On the first weekend of December 2020, three great musicians gathered at the otherwise empty Smoke Jazz & Supper Club in New York to celebrate renowned drummer, Billy Hart’s 80th birthday. The three had never played as a unit before but took the bandstand after just one rehearsal for a series of virtual performances. All parties were so elated with the results that now we have All Things Are, featuring pianist Kevin Hays and bassist Ben Street joining Hart for improvisational, free-flowing performances. Hays and Street are some three decades younger than Hart, so it’s fair to say that this is a multi-generational trio. Street is most familiar with Hart as he’s been a member of Hart’s working quartet with pianist Ethan Iverson and saxophonist Mark Turner since 2006. Hays, however, only played with Hart in an impromptu invite in Spain when he was just 18 years old. Nonetheless, Hays is integral to this recording not only as a player but as a composer.
Hays composed six of the seven pieces, three original melodies, and three crafted contrafacts of well-known standards. He is a versatile pianist, described mostly as favoring duo and trio settings, note that he is a core member of The Steve Gadd Band too, as heard on their latest release (covered on these pages) Live: At Blue Note Tokyo. Hays has some of the unpredictable qualities albeit with a smoother touch, that we associate with Monk. You’ll hear this on the opening “New Day,” the only non-Hays original, where the band finishes the head and then drifts into a completely different space. Street stopped playing, Hart hit a few different beats and the pianist took the cues and led them into left field. Piano enthusiasts may recognize “Elegia,” as it debuted on Modern Music, Hays two-piano recital with Brad Mehldau. The chord changes here are beautiful, and, also at times unexpected.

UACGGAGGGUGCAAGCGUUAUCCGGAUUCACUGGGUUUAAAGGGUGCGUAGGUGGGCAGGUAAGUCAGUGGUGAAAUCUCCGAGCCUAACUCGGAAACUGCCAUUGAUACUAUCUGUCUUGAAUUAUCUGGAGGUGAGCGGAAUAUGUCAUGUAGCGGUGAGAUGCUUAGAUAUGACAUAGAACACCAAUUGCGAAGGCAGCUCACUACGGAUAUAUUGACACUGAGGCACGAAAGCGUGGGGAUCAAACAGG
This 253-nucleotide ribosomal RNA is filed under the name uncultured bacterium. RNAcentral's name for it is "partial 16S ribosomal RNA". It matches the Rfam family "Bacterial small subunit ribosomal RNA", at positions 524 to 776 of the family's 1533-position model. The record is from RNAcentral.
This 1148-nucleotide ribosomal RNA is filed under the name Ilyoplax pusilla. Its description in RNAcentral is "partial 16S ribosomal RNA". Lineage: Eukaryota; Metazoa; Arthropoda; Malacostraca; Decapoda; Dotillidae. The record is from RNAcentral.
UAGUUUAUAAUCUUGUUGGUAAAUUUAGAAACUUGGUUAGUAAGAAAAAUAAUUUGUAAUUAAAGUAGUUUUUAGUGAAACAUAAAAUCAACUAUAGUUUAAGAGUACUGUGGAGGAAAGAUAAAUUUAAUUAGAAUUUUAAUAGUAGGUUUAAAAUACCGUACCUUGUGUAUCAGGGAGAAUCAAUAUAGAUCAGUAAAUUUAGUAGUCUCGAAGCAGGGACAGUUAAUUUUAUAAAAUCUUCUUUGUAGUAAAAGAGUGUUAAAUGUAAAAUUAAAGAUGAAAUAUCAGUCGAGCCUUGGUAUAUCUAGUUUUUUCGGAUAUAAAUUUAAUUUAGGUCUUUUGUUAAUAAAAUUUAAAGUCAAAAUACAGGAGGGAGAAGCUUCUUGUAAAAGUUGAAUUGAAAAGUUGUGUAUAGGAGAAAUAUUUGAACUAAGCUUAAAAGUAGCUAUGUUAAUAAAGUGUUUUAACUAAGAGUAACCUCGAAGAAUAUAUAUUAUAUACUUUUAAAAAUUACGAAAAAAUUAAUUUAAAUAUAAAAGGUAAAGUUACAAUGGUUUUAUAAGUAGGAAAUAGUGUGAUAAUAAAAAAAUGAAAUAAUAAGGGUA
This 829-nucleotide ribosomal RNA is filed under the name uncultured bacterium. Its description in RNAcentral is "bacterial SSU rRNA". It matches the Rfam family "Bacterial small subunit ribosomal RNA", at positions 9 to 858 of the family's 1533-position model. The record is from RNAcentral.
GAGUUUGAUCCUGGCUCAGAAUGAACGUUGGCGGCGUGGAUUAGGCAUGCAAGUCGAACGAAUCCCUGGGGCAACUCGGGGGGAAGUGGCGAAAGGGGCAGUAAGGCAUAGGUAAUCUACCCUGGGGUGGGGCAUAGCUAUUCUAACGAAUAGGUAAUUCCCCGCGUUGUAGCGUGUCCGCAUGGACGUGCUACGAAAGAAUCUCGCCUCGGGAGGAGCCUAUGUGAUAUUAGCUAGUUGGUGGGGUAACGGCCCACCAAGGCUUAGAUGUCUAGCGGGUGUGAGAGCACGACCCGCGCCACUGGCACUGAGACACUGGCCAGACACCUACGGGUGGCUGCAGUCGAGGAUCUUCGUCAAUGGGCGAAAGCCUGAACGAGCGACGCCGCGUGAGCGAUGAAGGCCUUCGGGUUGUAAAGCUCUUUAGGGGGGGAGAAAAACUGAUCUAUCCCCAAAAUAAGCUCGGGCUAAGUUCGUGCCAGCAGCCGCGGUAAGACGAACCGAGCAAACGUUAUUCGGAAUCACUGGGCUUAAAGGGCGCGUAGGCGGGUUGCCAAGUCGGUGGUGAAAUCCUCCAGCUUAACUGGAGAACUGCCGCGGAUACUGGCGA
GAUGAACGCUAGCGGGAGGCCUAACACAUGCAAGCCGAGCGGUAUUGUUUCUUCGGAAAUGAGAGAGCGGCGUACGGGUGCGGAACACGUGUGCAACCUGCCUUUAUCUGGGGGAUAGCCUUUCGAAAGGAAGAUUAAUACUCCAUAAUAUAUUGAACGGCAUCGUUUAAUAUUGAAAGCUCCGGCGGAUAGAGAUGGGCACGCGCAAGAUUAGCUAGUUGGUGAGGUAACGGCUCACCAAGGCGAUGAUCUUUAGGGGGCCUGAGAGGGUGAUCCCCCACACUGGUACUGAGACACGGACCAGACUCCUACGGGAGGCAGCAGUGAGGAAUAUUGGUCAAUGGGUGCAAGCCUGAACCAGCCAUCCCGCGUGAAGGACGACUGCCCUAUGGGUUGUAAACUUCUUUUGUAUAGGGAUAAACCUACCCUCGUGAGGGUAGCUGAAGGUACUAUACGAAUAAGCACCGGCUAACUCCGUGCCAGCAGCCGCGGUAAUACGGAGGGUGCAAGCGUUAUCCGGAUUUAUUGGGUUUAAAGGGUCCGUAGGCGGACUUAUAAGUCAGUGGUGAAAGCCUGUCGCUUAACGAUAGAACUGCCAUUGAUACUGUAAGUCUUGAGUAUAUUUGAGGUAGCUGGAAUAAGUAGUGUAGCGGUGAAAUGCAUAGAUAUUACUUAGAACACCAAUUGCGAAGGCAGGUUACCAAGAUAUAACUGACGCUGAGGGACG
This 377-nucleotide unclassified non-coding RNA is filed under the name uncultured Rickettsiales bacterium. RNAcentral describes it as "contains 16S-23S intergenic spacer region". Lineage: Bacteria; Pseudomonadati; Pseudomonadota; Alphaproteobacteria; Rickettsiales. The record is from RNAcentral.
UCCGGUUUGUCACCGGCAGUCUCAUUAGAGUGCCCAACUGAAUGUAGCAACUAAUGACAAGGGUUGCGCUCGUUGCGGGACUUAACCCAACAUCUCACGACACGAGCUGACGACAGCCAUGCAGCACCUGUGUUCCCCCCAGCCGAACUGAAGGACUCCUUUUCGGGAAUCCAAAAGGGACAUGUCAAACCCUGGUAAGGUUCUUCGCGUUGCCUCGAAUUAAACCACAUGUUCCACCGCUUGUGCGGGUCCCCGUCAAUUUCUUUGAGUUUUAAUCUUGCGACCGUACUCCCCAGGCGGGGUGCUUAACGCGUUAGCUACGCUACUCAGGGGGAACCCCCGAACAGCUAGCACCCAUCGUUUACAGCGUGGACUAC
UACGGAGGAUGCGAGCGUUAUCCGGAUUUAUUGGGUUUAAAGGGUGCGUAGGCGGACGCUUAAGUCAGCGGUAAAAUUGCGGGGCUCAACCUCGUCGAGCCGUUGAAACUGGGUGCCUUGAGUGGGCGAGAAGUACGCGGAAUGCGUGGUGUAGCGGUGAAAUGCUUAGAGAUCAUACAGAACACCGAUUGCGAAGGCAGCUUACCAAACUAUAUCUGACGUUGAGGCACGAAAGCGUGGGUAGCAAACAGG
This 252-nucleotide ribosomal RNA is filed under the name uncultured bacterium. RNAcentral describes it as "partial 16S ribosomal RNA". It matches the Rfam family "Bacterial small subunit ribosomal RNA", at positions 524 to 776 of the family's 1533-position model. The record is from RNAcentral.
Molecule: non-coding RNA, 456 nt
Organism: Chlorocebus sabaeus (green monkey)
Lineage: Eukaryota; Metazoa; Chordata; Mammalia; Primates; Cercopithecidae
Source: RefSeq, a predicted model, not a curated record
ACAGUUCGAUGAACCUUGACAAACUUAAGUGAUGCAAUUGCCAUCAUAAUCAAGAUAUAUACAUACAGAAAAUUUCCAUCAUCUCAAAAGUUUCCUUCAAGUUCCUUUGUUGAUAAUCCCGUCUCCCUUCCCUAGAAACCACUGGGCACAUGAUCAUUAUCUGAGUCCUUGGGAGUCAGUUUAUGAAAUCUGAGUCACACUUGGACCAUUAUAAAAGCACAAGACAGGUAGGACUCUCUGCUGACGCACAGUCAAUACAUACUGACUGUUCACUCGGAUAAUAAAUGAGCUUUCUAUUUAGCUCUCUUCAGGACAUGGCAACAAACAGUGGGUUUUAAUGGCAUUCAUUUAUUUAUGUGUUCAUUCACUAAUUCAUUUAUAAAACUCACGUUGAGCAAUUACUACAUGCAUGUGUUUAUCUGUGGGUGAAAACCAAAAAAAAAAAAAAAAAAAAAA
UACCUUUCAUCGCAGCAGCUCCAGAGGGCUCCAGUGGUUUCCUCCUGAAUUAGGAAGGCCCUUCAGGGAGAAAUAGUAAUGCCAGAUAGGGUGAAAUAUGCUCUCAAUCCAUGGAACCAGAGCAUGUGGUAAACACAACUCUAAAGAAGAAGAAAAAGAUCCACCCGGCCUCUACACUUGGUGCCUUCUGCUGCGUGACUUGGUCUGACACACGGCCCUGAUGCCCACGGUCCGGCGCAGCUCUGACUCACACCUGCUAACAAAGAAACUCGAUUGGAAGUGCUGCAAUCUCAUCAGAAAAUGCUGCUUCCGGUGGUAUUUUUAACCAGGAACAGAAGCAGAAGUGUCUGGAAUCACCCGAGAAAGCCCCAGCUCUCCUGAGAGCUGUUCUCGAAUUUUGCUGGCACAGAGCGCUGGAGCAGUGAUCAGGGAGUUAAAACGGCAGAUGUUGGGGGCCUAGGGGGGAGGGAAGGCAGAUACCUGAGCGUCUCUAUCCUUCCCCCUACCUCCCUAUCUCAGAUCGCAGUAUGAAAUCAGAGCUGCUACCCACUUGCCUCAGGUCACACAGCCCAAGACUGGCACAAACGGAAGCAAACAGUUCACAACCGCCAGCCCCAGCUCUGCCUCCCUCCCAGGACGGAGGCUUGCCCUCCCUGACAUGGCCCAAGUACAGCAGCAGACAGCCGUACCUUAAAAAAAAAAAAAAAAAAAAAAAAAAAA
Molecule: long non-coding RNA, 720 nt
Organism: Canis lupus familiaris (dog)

One can likely guess the contrafacts from the titles. Of course, the title track stems from “All the Things You Are,” “Unscrappulous” from “Scrapple from the Apple” and “Twilight” from “Stella by Starlight.” Street, who is keenly aware of Hart’s style, commented that Hart was supporting Hays much in the way he would support a vocalist. Street, too picked up on that claims that it guided the session. As you listen the two of them are mostly in restrained and subtle support to Hays. The interplay is tight but unlike many piano trios, there are not many solo opportunities but some distinct ones for the bassist and drummer here, for example, Street’s lyrical plucking toward the end of “Elegia.” Hart and Street in tandem mostly alternate pushing or following Hays in his improvisational excursions. So, the bare bones of the compositions are here but the trio gives them a very free and open feel.
“Unscrappulous” is based on the bop tune original but Hays and trio twist and turn it, injecting some blues, as Hart’s flourishes come to the fore as well. The almost 12-minute long “For Heaven’s Sake” is a contemplative ballad played deliberately as Hart uses his brushes deftly, a technique he’s widely respected for. The title track moves briskly with syncopated rhythms in spots, punctuated by Street’s pulsing bass and Hart’s skittering snare work. There is a break for some Hart-Street dialogue and Street ‘s melodic, robust solo followed by Hart’s own declamation. “Sweet Caroline” boasts some of Street’s best bass work, colorful chord changes, and a series of shimmering runs. Street also leads into the closer, “Twilight,” where Hays takes more to chords and a minimalist approach on the melody.
The conversations among this trio range from overt to subtle to “let’s try this.” The open spirit of the session unfolds perhaps just a little tentatively at first but by the closing “Twilight”, they are operating like a well-lubricated engine.